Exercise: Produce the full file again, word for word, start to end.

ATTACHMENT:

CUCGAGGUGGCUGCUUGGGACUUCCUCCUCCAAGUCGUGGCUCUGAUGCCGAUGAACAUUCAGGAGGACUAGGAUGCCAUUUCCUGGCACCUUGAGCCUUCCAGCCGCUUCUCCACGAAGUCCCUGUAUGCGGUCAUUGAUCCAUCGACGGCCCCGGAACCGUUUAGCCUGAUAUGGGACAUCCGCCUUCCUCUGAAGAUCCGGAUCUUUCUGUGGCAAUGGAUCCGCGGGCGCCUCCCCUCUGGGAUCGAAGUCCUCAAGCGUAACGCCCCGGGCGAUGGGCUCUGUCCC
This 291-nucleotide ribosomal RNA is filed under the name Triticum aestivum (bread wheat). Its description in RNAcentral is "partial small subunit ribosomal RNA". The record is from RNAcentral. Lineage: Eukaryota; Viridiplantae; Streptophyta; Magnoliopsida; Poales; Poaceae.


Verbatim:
CUCGAGGUGGCUGCUUGGGACUUCCUCCUCCAAGUCGUGGCUCUGAUGCCGAUGAACAUUCAGGAGGACUAGGAUGCCAUUUCCUGGCACCUUGAGCCUUCCAGCCGCUUCUCCACGAAGUCCCUGUAUGCGGUCAUUGAUCCAUCGACGGCCCCGGAACCGUUUAGCCUGAUAUGGGACAUCCGCCUUCCUCUGAAGAUCCGGAUCUUUCUGUGGCAAUGGAUCCGCGGGCGCCUCCCCUCUGGGAUCGAAGUCCUCAAGCGUAACGCCCCGGGCGAUGGGCUCUGUCCC
This 291-nucleotide ribosomal RNA is filed under the name Triticum aestivum (bread wheat). Its description in RNAcentral is "partial small subunit ribosomal RNA". The record is from RNAcentral. Lineage: Eukaryota; Viridiplantae; Streptophyta; Magnoliopsida; Poales; Poaceae.